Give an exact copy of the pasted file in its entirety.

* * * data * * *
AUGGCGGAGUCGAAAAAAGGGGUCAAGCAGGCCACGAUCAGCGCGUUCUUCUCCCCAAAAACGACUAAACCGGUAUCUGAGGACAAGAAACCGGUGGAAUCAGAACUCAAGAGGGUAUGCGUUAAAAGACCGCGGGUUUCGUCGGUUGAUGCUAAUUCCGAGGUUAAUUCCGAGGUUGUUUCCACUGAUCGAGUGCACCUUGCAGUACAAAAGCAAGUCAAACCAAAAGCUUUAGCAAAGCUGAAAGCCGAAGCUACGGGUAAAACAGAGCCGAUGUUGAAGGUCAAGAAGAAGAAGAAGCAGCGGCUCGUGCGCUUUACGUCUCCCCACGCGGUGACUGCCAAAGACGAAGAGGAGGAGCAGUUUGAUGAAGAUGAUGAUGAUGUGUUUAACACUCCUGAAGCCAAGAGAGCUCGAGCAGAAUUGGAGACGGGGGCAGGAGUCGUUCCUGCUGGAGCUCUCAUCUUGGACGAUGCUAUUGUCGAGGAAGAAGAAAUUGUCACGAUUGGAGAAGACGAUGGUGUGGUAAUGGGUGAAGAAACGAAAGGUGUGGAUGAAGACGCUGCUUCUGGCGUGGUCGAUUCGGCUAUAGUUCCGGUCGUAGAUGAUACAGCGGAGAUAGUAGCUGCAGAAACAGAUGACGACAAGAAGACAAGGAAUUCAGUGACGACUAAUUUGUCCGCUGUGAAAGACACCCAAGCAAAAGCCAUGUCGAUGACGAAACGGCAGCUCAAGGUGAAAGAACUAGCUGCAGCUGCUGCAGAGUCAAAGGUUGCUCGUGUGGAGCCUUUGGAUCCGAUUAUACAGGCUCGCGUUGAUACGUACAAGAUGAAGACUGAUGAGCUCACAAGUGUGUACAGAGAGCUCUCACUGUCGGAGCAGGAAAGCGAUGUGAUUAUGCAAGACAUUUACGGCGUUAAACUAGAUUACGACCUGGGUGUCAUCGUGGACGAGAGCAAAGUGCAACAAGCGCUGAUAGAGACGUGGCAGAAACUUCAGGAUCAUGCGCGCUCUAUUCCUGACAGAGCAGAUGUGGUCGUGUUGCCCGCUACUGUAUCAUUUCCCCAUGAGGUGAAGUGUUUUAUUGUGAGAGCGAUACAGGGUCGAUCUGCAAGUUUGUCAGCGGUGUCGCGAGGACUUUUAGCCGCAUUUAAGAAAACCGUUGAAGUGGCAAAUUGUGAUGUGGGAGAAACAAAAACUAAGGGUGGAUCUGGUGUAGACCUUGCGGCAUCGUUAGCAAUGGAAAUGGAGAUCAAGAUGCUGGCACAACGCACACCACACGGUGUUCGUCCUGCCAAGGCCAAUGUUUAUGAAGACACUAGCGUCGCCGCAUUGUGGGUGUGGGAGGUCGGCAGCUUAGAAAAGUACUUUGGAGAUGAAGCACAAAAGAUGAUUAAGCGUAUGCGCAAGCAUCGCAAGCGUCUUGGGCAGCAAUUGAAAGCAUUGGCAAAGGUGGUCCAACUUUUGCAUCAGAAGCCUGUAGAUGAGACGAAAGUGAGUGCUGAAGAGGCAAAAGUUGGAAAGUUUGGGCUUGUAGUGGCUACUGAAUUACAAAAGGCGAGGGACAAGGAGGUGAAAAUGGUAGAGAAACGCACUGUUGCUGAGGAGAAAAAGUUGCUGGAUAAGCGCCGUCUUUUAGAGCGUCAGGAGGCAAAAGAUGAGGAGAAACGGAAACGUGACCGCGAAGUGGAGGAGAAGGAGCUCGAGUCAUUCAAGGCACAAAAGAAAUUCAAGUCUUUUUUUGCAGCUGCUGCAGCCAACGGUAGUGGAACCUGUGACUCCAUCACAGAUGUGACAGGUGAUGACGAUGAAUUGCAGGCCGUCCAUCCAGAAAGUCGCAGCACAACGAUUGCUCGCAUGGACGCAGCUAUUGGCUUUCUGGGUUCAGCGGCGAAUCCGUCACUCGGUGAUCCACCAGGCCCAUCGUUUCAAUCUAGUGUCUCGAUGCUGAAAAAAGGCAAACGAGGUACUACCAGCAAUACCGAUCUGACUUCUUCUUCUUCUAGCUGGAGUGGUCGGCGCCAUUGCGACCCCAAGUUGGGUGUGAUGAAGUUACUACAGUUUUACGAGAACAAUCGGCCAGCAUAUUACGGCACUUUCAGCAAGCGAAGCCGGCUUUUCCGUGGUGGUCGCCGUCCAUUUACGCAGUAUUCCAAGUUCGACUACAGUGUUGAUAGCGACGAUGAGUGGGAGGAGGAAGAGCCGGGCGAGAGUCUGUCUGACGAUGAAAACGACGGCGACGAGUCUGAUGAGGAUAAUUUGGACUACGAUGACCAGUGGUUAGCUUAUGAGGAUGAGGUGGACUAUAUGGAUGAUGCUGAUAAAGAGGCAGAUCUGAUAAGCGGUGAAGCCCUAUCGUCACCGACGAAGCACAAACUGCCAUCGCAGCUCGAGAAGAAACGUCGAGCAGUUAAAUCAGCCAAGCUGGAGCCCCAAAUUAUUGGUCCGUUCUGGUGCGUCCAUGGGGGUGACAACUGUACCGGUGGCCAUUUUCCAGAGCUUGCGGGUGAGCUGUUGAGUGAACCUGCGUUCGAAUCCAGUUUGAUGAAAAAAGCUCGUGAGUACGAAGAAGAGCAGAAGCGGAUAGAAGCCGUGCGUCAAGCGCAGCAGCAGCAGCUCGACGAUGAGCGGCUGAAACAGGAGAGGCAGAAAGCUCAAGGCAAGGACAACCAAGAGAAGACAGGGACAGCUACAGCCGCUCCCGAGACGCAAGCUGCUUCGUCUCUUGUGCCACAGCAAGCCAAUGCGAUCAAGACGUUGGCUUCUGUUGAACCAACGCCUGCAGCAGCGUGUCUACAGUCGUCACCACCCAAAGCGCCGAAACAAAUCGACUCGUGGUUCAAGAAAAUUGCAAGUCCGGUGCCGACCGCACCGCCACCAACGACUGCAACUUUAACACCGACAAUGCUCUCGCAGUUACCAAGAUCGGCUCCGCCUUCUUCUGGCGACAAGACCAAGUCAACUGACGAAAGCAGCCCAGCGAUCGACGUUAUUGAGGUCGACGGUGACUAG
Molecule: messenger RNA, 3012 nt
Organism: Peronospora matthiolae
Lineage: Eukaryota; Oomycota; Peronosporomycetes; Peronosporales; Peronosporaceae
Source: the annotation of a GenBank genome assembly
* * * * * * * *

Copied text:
AUGGCGGAGUCGAAAAAAGGGGUCAAGCAGGCCACGAUCAGCGCGUUCUUCUCCCCAAAAACGACUAAACCGGUAUCUGAGGACAAGAAACCGGUGGAAUCAGAACUCAAGAGGGUAUGCGUUAAAAGACCGCGGGUUUCGUCGGUUGAUGCUAAUUCCGAGGUUAAUUCCGAGGUUGUUUCCACUGAUCGAGUGCACCUUGCAGUACAAAAGCAAGUCAAACCAAAAGCUUUAGCAAAGCUGAAAGCCGAAGCUACGGGUAAAACAGAGCCGAUGUUGAAGGUCAAGAAGAAGAAGAAGCAGCGGCUCGUGCGCUUUACGUCUCCCCACGCGGUGACUGCCAAAGACGAAGAGGAGGAGCAGUUUGAUGAAGAUGAUGAUGAUGUGUUUAACACUCCUGAAGCCAAGAGAGCUCGAGCAGAAUUGGAGACGGGGGCAGGAGUCGUUCCUGCUGGAGCUCUCAUCUUGGACGAUGCUAUUGUCGAGGAAGAAGAAAUUGUCACGAUUGGAGAAGACGAUGGUGUGGUAAUGGGUGAAGAAACGAAAGGUGUGGAUGAAGACGCUGCUUCUGGCGUGGUCGAUUCGGCUAUAGUUCCGGUCGUAGAUGAUACAGCGGAGAUAGUAGCUGCAGAAACAGAUGACGACAAGAAGACAAGGAAUUCAGUGACGACUAAUUUGUCCGCUGUGAAAGACACCCAAGCAAAAGCCAUGUCGAUGACGAAACGGCAGCUCAAGGUGAAAGAACUAGCUGCAGCUGCUGCAGAGUCAAAGGUUGCUCGUGUGGAGCCUUUGGAUCCGAUUAUACAGGCUCGCGUUGAUACGUACAAGAUGAAGACUGAUGAGCUCACAAGUGUGUACAGAGAGCUCUCACUGUCGGAGCAGGAAAGCGAUGUGAUUAUGCAAGACAUUUACGGCGUUAAACUAGAUUACGACCUGGGUGUCAUCGUGGACGAGAGCAAAGUGCAACAAGCGCUGAUAGAGACGUGGCAGAAACUUCAGGAUCAUGCGCGCUCUAUUCCUGACAGAGCAGAUGUGGUCGUGUUGCCCGCUACUGUAUCAUUUCCCCAUGAGGUGAAGUGUUUUAUUGUGAGAGCGAUACAGGGUCGAUCUGCAAGUUUGUCAGCGGUGUCGCGAGGACUUUUAGCCGCAUUUAAGAAAACCGUUGAAGUGGCAAAUUGUGAUGUGGGAGAAACAAAAACUAAGGGUGGAUCUGGUGUAGACCUUGCGGCAUCGUUAGCAAUGGAAAUGGAGAUCAAGAUGCUGGCACAACGCACACCACACGGUGUUCGUCCUGCCAAGGCCAAUGUUUAUGAAGACACUAGCGUCGCCGCAUUGUGGGUGUGGGAGGUCGGCAGCUUAGAAAAGUACUUUGGAGAUGAAGCACAAAAGAUGAUUAAGCGUAUGCGCAAGCAUCGCAAGCGUCUUGGGCAGCAAUUGAAAGCAUUGGCAAAGGUGGUCCAACUUUUGCAUCAGAAGCCUGUAGAUGAGACGAAAGUGAGUGCUGAAGAGGCAAAAGUUGGAAAGUUUGGGCUUGUAGUGGCUACUGAAUUACAAAAGGCGAGGGACAAGGAGGUGAAAAUGGUAGAGAAACGCACUGUUGCUGAGGAGAAAAAGUUGCUGGAUAAGCGCCGUCUUUUAGAGCGUCAGGAGGCAAAAGAUGAGGAGAAACGGAAACGUGACCGCGAAGUGGAGGAGAAGGAGCUCGAGUCAUUCAAGGCACAAAAGAAAUUCAAGUCUUUUUUUGCAGCUGCUGCAGCCAACGGUAGUGGAACCUGUGACUCCAUCACAGAUGUGACAGGUGAUGACGAUGAAUUGCAGGCCGUCCAUCCAGAAAGUCGCAGCACAACGAUUGCUCGCAUGGACGCAGCUAUUGGCUUUCUGGGUUCAGCGGCGAAUCCGUCACUCGGUGAUCCACCAGGCCCAUCGUUUCAAUCUAGUGUCUCGAUGCUGAAAAAAGGCAAACGAGGUACUACCAGCAAUACCGAUCUGACUUCUUCUUCUUCUAGCUGGAGUGGUCGGCGCCAUUGCGACCCCAAGUUGGGUGUGAUGAAGUUACUACAGUUUUACGAGAACAAUCGGCCAGCAUAUUACGGCACUUUCAGCAAGCGAAGCCGGCUUUUCCGUGGUGGUCGCCGUCCAUUUACGCAGUAUUCCAAGUUCGACUACAGUGUUGAUAGCGACGAUGAGUGGGAGGAGGAAGAGCCGGGCGAGAGUCUGUCUGACGAUGAAAACGACGGCGACGAGUCUGAUGAGGAUAAUUUGGACUACGAUGACCAGUGGUUAGCUUAUGAGGAUGAGGUGGACUAUAUGGAUGAUGCUGAUAAAGAGGCAGAUCUGAUAAGCGGUGAAGCCCUAUCGUCACCGACGAAGCACAAACUGCCAUCGCAGCUCGAGAAGAAACGUCGAGCAGUUAAAUCAGCCAAGCUGGAGCCCCAAAUUAUUGGUCCGUUCUGGUGCGUCCAUGGGGGUGACAACUGUACCGGUGGCCAUUUUCCAGAGCUUGCGGGUGAGCUGUUGAGUGAACCUGCGUUCGAAUCCAGUUUGAUGAAAAAAGCUCGUGAGUACGAAGAAGAGCAGAAGCGGAUAGAAGCCGUGCGUCAAGCGCAGCAGCAGCAGCUCGACGAUGAGCGGCUGAAACAGGAGAGGCAGAAAGCUCAAGGCAAGGACAACCAAGAGAAGACAGGGACAGCUACAGCCGCUCCCGAGACGCAAGCUGCUUCGUCUCUUGUGCCACAGCAAGCCAAUGCGAUCAAGACGUUGGCUUCUGUUGAACCAACGCCUGCAGCAGCGUGUCUACAGUCGUCACCACCCAAAGCGCCGAAACAAAUCGACUCGUGGUUCAAGAAAAUUGCAAGUCCGGUGCCGACCGCACCGCCACCAACGACUGCAACUUUAACACCGACAAUGCUCUCGCAGUUACCAAGAUCGGCUCCGCCUUCUUCUGGCGACAAGACCAAGUCAACUGACGAAAGCAGCCCAGCGAUCGACGUUAUUGAGGUCGACGGUGACUAG
Molecule: messenger RNA, 3012 nt
Organism: Peronospora matthiolae
Lineage: Eukaryota; Oomycota; Peronosporomycetes; Peronosporales; Peronosporaceae
Source: the annotation of a GenBank genome assembly